In its annual economic report in June, BIS noted that the global recovery so far was incomplete and uneven, with some countries and sectors bouncing back quickly and others lagging.
The uneven recovery could whip up headwinds particularly for emerging market economies due to tighter financial conditions as advanced economies cross the transition more quickly.
"In the coming year, issues such as corporate insolvencies and capital and labor reallocation will come to the fore," BIS warned.
While swift and forceful action from central banks and governments has reduced the economic fallout from the pandemic, policymakers looking ahead to the next phase of the recovery must prepare for different but no less formidable challenges.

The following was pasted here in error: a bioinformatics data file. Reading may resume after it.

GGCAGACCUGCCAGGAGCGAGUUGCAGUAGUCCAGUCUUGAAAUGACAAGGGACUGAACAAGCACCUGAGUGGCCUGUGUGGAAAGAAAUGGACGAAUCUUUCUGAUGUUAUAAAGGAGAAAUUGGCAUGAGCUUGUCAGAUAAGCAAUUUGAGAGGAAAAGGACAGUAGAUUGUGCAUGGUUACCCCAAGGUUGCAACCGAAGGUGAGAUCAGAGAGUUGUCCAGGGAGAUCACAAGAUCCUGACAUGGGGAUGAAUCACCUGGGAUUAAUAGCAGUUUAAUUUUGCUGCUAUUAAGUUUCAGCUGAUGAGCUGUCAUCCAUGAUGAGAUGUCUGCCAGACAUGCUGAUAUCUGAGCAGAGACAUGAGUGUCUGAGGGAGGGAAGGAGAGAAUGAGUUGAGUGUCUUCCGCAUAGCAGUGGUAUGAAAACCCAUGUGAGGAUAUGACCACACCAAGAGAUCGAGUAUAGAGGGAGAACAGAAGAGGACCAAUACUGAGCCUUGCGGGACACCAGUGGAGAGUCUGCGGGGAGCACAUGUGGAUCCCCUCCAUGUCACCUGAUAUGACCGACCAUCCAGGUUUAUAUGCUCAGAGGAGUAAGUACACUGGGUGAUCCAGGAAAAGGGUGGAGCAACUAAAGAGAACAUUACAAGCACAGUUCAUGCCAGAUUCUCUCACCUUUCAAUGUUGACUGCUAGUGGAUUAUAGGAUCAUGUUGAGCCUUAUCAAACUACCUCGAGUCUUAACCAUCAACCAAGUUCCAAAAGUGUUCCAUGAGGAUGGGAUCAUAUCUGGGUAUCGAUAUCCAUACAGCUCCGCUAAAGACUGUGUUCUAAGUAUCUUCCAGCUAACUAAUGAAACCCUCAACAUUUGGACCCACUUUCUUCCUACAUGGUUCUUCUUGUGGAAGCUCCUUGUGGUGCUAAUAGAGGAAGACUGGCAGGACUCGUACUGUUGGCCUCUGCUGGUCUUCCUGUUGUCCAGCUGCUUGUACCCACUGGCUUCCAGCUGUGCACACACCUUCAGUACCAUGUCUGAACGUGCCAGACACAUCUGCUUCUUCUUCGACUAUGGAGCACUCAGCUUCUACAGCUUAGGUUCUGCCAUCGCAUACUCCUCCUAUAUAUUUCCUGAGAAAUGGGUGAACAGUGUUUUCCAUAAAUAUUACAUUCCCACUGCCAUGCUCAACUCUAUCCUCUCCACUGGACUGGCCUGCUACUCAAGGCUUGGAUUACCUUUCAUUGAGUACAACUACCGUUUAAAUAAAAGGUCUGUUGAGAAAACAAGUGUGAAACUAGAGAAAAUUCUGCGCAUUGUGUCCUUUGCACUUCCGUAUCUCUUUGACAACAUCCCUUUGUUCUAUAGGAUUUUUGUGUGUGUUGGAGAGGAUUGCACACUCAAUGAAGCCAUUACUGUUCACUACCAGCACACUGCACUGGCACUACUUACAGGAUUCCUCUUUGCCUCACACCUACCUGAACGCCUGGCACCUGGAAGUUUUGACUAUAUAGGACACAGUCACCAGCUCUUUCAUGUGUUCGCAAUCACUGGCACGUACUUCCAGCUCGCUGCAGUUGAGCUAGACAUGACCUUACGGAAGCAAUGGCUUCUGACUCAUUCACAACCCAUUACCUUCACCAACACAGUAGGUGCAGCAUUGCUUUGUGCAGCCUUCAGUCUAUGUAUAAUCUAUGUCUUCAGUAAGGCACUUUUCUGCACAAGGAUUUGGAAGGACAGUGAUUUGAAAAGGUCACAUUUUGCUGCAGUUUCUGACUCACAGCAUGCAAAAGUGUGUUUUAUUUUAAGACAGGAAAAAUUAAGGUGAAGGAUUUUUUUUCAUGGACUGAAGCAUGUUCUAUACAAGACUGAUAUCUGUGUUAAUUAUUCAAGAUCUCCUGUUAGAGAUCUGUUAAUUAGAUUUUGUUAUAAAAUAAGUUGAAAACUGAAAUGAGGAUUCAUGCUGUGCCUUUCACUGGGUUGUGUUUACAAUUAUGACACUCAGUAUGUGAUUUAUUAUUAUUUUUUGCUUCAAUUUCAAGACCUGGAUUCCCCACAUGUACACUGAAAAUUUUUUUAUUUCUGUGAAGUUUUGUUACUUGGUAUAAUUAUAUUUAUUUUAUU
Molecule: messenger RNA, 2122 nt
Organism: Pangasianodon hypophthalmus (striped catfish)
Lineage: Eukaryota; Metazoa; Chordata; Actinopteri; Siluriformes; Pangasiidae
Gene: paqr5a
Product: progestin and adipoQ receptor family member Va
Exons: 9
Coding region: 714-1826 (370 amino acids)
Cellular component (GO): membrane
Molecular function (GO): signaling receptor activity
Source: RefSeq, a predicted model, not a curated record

BIS said, "In the near term, flexible policy support is key to nursing the recovery. In the longer term, monetary and fiscal policies will need to re-establish safety margins, a complicated task given the unprecedented initial conditions and inadequate structural reforms."
The pandemic has unfortunately exacerbated income and wealth inequality. While monetary policy cannot influence its rising long-term trend, it can mitigate it by tackling macroeconomic instability in line with its mandate, said BIS.
Its report paints a central scenario for a recovery with a temporary increase in inflation and two more challenging scenarios.
In one scenario, a large fiscal stimulus and a drawdown of accumulated savings result in stronger growth but also higher inflation and a substantial tightening in global financial conditions. In the other, growth disappoints as the coronavirus proves harder to control.